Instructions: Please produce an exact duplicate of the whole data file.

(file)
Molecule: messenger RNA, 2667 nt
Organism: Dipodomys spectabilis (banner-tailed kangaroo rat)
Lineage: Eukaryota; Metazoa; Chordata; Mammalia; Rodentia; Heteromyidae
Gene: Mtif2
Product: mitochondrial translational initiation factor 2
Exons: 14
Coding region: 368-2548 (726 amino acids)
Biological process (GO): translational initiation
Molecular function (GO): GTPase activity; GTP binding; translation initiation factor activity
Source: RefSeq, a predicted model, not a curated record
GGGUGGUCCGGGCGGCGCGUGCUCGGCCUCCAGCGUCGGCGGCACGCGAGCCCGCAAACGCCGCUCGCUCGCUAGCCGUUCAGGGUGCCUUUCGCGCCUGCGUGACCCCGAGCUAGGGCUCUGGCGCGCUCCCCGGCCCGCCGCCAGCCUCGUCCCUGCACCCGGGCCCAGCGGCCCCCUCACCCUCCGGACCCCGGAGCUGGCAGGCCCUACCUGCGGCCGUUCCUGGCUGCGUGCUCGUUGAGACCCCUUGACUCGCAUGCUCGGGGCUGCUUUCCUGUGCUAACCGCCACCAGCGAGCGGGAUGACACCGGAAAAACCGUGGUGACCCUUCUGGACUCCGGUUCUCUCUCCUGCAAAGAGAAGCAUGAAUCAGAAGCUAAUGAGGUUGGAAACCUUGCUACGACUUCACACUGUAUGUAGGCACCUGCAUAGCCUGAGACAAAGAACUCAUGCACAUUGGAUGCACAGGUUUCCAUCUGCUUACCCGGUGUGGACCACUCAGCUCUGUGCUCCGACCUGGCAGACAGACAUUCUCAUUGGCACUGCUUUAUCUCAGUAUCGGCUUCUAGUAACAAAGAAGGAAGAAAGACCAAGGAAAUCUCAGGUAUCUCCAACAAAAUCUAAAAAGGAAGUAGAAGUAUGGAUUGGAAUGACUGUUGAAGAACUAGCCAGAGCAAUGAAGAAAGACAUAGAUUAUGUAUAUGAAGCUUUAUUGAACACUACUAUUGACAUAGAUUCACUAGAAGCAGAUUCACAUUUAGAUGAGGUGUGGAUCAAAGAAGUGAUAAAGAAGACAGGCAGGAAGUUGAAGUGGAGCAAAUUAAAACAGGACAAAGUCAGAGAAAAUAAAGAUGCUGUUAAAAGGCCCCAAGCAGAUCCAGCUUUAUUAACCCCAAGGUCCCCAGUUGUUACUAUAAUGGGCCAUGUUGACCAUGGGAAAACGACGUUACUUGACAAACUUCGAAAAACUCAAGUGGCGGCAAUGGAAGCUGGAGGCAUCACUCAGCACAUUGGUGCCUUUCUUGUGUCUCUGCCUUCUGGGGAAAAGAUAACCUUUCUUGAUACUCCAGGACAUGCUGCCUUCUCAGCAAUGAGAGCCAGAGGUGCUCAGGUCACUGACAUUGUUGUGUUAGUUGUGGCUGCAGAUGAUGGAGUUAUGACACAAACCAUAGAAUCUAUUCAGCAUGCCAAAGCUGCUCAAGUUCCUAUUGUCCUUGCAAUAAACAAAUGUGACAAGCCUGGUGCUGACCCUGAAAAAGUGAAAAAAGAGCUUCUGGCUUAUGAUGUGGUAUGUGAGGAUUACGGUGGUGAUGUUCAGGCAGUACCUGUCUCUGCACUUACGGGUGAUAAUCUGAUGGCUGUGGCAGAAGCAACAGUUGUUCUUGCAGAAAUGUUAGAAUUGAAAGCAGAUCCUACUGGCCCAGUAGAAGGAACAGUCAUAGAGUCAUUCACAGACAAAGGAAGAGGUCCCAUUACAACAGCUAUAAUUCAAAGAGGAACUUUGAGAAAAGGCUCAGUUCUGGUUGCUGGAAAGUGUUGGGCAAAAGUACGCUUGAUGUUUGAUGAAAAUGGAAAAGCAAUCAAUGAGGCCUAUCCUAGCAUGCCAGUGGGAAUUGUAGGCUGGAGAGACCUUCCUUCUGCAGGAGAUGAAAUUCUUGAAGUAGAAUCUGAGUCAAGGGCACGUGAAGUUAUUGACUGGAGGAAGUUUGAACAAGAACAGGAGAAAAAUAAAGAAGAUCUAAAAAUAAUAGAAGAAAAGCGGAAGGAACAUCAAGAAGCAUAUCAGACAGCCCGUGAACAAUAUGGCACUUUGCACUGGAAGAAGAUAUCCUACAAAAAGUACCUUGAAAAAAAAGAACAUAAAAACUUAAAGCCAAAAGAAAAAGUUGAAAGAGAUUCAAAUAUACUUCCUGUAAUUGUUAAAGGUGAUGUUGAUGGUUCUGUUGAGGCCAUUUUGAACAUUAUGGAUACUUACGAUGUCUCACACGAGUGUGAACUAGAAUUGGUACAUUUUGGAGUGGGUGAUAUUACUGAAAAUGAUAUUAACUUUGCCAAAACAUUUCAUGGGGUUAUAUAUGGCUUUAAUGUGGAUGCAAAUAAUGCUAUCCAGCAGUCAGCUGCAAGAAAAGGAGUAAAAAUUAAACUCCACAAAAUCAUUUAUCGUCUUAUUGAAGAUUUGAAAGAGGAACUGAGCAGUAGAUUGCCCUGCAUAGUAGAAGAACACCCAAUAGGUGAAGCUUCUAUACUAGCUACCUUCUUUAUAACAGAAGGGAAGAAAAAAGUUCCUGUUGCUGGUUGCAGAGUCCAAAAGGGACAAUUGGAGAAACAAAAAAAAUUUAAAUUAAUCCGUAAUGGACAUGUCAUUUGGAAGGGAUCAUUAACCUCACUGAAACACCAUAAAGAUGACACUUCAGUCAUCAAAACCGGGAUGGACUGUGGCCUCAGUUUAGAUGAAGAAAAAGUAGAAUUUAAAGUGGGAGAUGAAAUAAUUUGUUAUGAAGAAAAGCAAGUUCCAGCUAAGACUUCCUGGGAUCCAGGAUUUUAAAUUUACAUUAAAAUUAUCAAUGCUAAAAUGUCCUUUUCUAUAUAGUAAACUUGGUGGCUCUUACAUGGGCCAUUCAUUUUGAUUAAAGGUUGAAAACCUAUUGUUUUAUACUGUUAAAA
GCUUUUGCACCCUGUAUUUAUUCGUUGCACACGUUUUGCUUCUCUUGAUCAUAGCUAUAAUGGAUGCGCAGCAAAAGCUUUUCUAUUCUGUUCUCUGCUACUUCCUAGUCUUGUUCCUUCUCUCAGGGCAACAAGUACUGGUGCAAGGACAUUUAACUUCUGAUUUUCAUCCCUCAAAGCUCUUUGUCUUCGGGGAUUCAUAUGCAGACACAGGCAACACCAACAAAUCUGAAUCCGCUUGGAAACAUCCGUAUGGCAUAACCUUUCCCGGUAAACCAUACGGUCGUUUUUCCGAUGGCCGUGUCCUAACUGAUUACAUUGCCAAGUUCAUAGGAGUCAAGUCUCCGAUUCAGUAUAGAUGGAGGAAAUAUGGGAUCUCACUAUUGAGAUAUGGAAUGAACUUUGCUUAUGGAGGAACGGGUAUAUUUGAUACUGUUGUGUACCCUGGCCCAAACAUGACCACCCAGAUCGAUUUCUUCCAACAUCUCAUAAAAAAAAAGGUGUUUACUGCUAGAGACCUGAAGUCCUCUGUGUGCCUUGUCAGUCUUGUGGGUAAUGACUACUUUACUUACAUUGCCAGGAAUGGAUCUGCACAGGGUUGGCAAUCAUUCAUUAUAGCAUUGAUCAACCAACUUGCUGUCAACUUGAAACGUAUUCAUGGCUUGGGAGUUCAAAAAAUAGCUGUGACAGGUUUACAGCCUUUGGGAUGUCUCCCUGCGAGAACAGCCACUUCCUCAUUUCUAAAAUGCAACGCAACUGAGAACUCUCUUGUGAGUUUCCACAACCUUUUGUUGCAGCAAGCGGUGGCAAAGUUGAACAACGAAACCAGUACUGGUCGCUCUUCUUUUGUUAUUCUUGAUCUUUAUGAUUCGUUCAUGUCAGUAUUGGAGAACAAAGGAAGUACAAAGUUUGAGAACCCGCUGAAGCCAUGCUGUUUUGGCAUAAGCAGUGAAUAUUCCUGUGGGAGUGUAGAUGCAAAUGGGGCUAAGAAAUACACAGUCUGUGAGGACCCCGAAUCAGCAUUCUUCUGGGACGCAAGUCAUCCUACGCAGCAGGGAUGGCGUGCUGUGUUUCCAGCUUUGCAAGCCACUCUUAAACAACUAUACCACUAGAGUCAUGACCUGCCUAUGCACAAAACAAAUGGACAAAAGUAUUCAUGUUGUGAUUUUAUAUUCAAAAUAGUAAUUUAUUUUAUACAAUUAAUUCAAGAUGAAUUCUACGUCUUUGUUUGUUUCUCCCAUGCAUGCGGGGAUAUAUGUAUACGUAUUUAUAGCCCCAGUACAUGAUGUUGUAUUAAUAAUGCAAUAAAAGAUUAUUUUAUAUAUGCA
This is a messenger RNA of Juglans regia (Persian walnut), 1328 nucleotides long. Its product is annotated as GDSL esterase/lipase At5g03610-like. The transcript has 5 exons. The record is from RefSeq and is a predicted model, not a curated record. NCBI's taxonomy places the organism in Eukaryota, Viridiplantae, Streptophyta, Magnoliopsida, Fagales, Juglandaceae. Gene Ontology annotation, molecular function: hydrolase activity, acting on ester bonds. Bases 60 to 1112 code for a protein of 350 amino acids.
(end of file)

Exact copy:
Molecule: messenger RNA, 2667 nt
Organism: Dipodomys spectabilis (banner-tailed kangaroo rat)
Lineage: Eukaryota; Metazoa; Chordata; Mammalia; Rodentia; Heteromyidae
Gene: Mtif2
Product: mitochondrial translational initiation factor 2
Exons: 14
Coding region: 368-2548 (726 amino acids)
Biological process (GO): translational initiation
Molecular function (GO): GTPase activity; GTP binding; translation initiation factor activity
Source: RefSeq, a predicted model, not a curated record
GGGUGGUCCGGGCGGCGCGUGCUCGGCCUCCAGCGUCGGCGGCACGCGAGCCCGCAAACGCCGCUCGCUCGCUAGCCGUUCAGGGUGCCUUUCGCGCCUGCGUGACCCCGAGCUAGGGCUCUGGCGCGCUCCCCGGCCCGCCGCCAGCCUCGUCCCUGCACCCGGGCCCAGCGGCCCCCUCACCCUCCGGACCCCGGAGCUGGCAGGCCCUACCUGCGGCCGUUCCUGGCUGCGUGCUCGUUGAGACCCCUUGACUCGCAUGCUCGGGGCUGCUUUCCUGUGCUAACCGCCACCAGCGAGCGGGAUGACACCGGAAAAACCGUGGUGACCCUUCUGGACUCCGGUUCUCUCUCCUGCAAAGAGAAGCAUGAAUCAGAAGCUAAUGAGGUUGGAAACCUUGCUACGACUUCACACUGUAUGUAGGCACCUGCAUAGCCUGAGACAAAGAACUCAUGCACAUUGGAUGCACAGGUUUCCAUCUGCUUACCCGGUGUGGACCACUCAGCUCUGUGCUCCGACCUGGCAGACAGACAUUCUCAUUGGCACUGCUUUAUCUCAGUAUCGGCUUCUAGUAACAAAGAAGGAAGAAAGACCAAGGAAAUCUCAGGUAUCUCCAACAAAAUCUAAAAAGGAAGUAGAAGUAUGGAUUGGAAUGACUGUUGAAGAACUAGCCAGAGCAAUGAAGAAAGACAUAGAUUAUGUAUAUGAAGCUUUAUUGAACACUACUAUUGACAUAGAUUCACUAGAAGCAGAUUCACAUUUAGAUGAGGUGUGGAUCAAAGAAGUGAUAAAGAAGACAGGCAGGAAGUUGAAGUGGAGCAAAUUAAAACAGGACAAAGUCAGAGAAAAUAAAGAUGCUGUUAAAAGGCCCCAAGCAGAUCCAGCUUUAUUAACCCCAAGGUCCCCAGUUGUUACUAUAAUGGGCCAUGUUGACCAUGGGAAAACGACGUUACUUGACAAACUUCGAAAAACUCAAGUGGCGGCAAUGGAAGCUGGAGGCAUCACUCAGCACAUUGGUGCCUUUCUUGUGUCUCUGCCUUCUGGGGAAAAGAUAACCUUUCUUGAUACUCCAGGACAUGCUGCCUUCUCAGCAAUGAGAGCCAGAGGUGCUCAGGUCACUGACAUUGUUGUGUUAGUUGUGGCUGCAGAUGAUGGAGUUAUGACACAAACCAUAGAAUCUAUUCAGCAUGCCAAAGCUGCUCAAGUUCCUAUUGUCCUUGCAAUAAACAAAUGUGACAAGCCUGGUGCUGACCCUGAAAAAGUGAAAAAAGAGCUUCUGGCUUAUGAUGUGGUAUGUGAGGAUUACGGUGGUGAUGUUCAGGCAGUACCUGUCUCUGCACUUACGGGUGAUAAUCUGAUGGCUGUGGCAGAAGCAACAGUUGUUCUUGCAGAAAUGUUAGAAUUGAAAGCAGAUCCUACUGGCCCAGUAGAAGGAACAGUCAUAGAGUCAUUCACAGACAAAGGAAGAGGUCCCAUUACAACAGCUAUAAUUCAAAGAGGAACUUUGAGAAAAGGCUCAGUUCUGGUUGCUGGAAAGUGUUGGGCAAAAGUACGCUUGAUGUUUGAUGAAAAUGGAAAAGCAAUCAAUGAGGCCUAUCCUAGCAUGCCAGUGGGAAUUGUAGGCUGGAGAGACCUUCCUUCUGCAGGAGAUGAAAUUCUUGAAGUAGAAUCUGAGUCAAGGGCACGUGAAGUUAUUGACUGGAGGAAGUUUGAACAAGAACAGGAGAAAAAUAAAGAAGAUCUAAAAAUAAUAGAAGAAAAGCGGAAGGAACAUCAAGAAGCAUAUCAGACAGCCCGUGAACAAUAUGGCACUUUGCACUGGAAGAAGAUAUCCUACAAAAAGUACCUUGAAAAAAAAGAACAUAAAAACUUAAAGCCAAAAGAAAAAGUUGAAAGAGAUUCAAAUAUACUUCCUGUAAUUGUUAAAGGUGAUGUUGAUGGUUCUGUUGAGGCCAUUUUGAACAUUAUGGAUACUUACGAUGUCUCACACGAGUGUGAACUAGAAUUGGUACAUUUUGGAGUGGGUGAUAUUACUGAAAAUGAUAUUAACUUUGCCAAAACAUUUCAUGGGGUUAUAUAUGGCUUUAAUGUGGAUGCAAAUAAUGCUAUCCAGCAGUCAGCUGCAAGAAAAGGAGUAAAAAUUAAACUCCACAAAAUCAUUUAUCGUCUUAUUGAAGAUUUGAAAGAGGAACUGAGCAGUAGAUUGCCCUGCAUAGUAGAAGAACACCCAAUAGGUGAAGCUUCUAUACUAGCUACCUUCUUUAUAACAGAAGGGAAGAAAAAAGUUCCUGUUGCUGGUUGCAGAGUCCAAAAGGGACAAUUGGAGAAACAAAAAAAAUUUAAAUUAAUCCGUAAUGGACAUGUCAUUUGGAAGGGAUCAUUAACCUCACUGAAACACCAUAAAGAUGACACUUCAGUCAUCAAAACCGGGAUGGACUGUGGCCUCAGUUUAGAUGAAGAAAAAGUAGAAUUUAAAGUGGGAGAUGAAAUAAUUUGUUAUGAAGAAAAGCAAGUUCCAGCUAAGACUUCCUGGGAUCCAGGAUUUUAAAUUUACAUUAAAAUUAUCAAUGCUAAAAUGUCCUUUUCUAUAUAGUAAACUUGGUGGCUCUUACAUGGGCCAUUCAUUUUGAUUAAAGGUUGAAAACCUAUUGUUUUAUACUGUUAAAA
GCUUUUGCACCCUGUAUUUAUUCGUUGCACACGUUUUGCUUCUCUUGAUCAUAGCUAUAAUGGAUGCGCAGCAAAAGCUUUUCUAUUCUGUUCUCUGCUACUUCCUAGUCUUGUUCCUUCUCUCAGGGCAACAAGUACUGGUGCAAGGACAUUUAACUUCUGAUUUUCAUCCCUCAAAGCUCUUUGUCUUCGGGGAUUCAUAUGCAGACACAGGCAACACCAACAAAUCUGAAUCCGCUUGGAAACAUCCGUAUGGCAUAACCUUUCCCGGUAAACCAUACGGUCGUUUUUCCGAUGGCCGUGUCCUAACUGAUUACAUUGCCAAGUUCAUAGGAGUCAAGUCUCCGAUUCAGUAUAGAUGGAGGAAAUAUGGGAUCUCACUAUUGAGAUAUGGAAUGAACUUUGCUUAUGGAGGAACGGGUAUAUUUGAUACUGUUGUGUACCCUGGCCCAAACAUGACCACCCAGAUCGAUUUCUUCCAACAUCUCAUAAAAAAAAAGGUGUUUACUGCUAGAGACCUGAAGUCCUCUGUGUGCCUUGUCAGUCUUGUGGGUAAUGACUACUUUACUUACAUUGCCAGGAAUGGAUCUGCACAGGGUUGGCAAUCAUUCAUUAUAGCAUUGAUCAACCAACUUGCUGUCAACUUGAAACGUAUUCAUGGCUUGGGAGUUCAAAAAAUAGCUGUGACAGGUUUACAGCCUUUGGGAUGUCUCCCUGCGAGAACAGCCACUUCCUCAUUUCUAAAAUGCAACGCAACUGAGAACUCUCUUGUGAGUUUCCACAACCUUUUGUUGCAGCAAGCGGUGGCAAAGUUGAACAACGAAACCAGUACUGGUCGCUCUUCUUUUGUUAUUCUUGAUCUUUAUGAUUCGUUCAUGUCAGUAUUGGAGAACAAAGGAAGUACAAAGUUUGAGAACCCGCUGAAGCCAUGCUGUUUUGGCAUAAGCAGUGAAUAUUCCUGUGGGAGUGUAGAUGCAAAUGGGGCUAAGAAAUACACAGUCUGUGAGGACCCCGAAUCAGCAUUCUUCUGGGACGCAAGUCAUCCUACGCAGCAGGGAUGGCGUGCUGUGUUUCCAGCUUUGCAAGCCACUCUUAAACAACUAUACCACUAGAGUCAUGACCUGCCUAUGCACAAAACAAAUGGACAAAAGUAUUCAUGUUGUGAUUUUAUAUUCAAAAUAGUAAUUUAUUUUAUACAAUUAAUUCAAGAUGAAUUCUACGUCUUUGUUUGUUUCUCCCAUGCAUGCGGGGAUAUAUGUAUACGUAUUUAUAGCCCCAGUACAUGAUGUUGUAUUAAUAAUGCAAUAAAAGAUUAUUUUAUAUAUGCA
This is a messenger RNA of Juglans regia (Persian walnut), 1328 nucleotides long. Its product is annotated as GDSL esterase/lipase At5g03610-like. The transcript has 5 exons. The record is from RefSeq and is a predicted model, not a curated record. NCBI's taxonomy places the organism in Eukaryota, Viridiplantae, Streptophyta, Magnoliopsida, Fagales, Juglandaceae. Gene Ontology annotation, molecular function: hydrolase activity, acting on ester bonds. Bases 60 to 1112 code for a protein of 350 amino acids.